My flip flops. Seriously, I’ve gone through at least ten pairs. Other than that we haven’t really broken the same thing twice. We’ve had things that have taken more than one crack at fixing, but otherwise the Slapdash has held up her end of the bargain extremely well. We took a simple approach to things with the idea that the less stuff we had on board the less time we would have to spend fixing it. So we don’t have a water maker, a microwave, a windlass, a radar, a wind generator, jet ski or a few other things like that and so far we’re doing really well without them. There’s a lot of miles between Bali and North America though so stay tuned.

In your experience, how much does cruising cost?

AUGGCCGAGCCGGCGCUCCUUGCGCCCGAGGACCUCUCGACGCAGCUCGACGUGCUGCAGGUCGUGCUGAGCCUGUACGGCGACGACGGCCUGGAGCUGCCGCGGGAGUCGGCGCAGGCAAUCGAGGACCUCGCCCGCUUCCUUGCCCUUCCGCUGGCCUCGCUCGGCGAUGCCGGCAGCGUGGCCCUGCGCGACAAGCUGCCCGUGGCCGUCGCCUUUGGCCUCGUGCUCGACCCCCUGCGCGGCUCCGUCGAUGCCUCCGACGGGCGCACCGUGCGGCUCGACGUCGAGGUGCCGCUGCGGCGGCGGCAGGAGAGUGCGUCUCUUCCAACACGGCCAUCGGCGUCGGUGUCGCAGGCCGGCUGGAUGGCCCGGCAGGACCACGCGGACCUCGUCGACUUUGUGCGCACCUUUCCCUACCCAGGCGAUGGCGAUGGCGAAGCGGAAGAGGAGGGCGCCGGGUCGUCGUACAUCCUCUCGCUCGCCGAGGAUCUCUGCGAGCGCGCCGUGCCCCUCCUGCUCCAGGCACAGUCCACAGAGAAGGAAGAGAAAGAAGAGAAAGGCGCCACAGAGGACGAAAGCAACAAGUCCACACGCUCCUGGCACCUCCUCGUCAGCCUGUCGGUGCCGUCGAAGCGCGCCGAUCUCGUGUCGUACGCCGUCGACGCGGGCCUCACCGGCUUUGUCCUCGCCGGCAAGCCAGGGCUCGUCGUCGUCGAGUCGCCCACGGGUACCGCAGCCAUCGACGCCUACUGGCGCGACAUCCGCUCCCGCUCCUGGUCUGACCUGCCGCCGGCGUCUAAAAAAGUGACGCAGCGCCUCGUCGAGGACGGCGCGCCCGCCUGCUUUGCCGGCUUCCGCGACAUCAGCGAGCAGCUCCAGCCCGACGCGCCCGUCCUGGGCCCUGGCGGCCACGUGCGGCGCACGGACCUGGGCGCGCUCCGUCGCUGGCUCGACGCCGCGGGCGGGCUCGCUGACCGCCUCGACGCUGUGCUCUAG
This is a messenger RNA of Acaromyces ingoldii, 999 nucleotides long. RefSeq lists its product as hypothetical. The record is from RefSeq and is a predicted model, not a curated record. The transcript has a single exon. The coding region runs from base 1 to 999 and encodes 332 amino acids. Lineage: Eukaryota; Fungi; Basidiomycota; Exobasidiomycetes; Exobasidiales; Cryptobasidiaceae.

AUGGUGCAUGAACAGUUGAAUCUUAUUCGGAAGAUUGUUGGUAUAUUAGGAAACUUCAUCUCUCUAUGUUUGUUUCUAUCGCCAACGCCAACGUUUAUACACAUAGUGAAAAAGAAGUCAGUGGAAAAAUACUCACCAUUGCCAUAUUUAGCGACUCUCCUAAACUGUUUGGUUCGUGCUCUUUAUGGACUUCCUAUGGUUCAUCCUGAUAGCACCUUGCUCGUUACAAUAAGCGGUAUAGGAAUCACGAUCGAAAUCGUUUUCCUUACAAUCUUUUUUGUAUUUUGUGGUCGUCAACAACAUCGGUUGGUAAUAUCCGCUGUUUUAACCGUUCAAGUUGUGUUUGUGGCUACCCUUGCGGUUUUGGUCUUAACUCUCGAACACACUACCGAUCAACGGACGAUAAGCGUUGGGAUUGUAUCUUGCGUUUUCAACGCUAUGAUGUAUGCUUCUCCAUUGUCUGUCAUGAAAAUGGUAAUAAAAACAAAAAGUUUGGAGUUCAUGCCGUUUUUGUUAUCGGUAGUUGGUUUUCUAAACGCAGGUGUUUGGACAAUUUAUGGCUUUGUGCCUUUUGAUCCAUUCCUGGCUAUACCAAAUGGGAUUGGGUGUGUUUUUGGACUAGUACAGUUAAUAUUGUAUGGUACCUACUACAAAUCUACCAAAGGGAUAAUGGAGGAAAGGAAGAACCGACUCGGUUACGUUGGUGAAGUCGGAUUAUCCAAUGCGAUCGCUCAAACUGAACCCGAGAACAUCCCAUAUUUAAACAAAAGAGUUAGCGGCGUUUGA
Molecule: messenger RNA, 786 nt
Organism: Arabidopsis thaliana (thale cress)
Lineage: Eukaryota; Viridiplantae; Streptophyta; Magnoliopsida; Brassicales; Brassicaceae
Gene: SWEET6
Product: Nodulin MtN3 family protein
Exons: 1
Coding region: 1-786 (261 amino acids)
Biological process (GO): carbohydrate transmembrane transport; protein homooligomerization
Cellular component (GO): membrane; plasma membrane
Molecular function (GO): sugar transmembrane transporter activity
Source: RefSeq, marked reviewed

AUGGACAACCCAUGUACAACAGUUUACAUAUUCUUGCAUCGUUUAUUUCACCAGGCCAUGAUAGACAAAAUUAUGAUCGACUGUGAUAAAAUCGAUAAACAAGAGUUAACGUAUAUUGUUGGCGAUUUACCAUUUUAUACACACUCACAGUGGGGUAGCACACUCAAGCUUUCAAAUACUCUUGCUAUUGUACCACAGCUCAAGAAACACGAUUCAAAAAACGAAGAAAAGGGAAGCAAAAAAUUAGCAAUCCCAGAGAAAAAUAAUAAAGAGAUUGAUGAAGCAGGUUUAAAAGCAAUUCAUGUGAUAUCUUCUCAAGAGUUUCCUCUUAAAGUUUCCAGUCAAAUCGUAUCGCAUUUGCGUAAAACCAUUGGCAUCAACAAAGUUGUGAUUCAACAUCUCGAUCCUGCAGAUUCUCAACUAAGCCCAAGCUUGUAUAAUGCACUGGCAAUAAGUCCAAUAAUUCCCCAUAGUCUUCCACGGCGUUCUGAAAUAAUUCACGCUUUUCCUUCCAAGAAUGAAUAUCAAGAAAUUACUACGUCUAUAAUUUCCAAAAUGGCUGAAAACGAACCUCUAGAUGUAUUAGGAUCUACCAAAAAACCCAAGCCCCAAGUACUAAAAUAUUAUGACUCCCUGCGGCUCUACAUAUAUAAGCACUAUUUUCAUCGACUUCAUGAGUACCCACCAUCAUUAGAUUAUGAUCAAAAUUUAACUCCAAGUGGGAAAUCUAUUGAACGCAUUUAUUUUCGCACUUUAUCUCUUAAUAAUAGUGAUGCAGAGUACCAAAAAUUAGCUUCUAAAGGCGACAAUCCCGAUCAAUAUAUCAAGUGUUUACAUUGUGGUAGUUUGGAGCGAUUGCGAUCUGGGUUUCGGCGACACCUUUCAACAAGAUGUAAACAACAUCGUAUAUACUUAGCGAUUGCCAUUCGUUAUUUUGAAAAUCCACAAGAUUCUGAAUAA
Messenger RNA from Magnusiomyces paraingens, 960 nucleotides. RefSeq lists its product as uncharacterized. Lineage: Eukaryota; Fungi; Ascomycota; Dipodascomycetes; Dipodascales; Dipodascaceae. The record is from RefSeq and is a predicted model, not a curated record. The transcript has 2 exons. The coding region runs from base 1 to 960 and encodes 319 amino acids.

How much does a house cost? This is a lot like the boat question, but to give you a straight answer for a change our first couple of years averaged out at about 2 grand CAD per month. That includes everything; our fuel, our fun, our repairs and our booze. We pretty much do whatever we want and have never felt the least bit impoverished, except maybe in Bora Bora where chicken wings were 5 bucks a piece and the bungalow we had our eye on was 1500 a night (that’s 300 chicken wings!). We’ve met people out there that spend our monthly budget on a good night out, and others that would stretch it out over a whole year. It’s all what your into and what kind of lifestyle you want to have. If you drive a Lexus and dine out on hookers and blow then you will probably need to save up a little more than that. If you take the bus and prefer a tent to an RV you could probably do it with less. We consider ourselves to be pretty much middle of the road. We do most of our own boat work, only hire the occasional hooker, and spend plenty of nights out eating and drinking.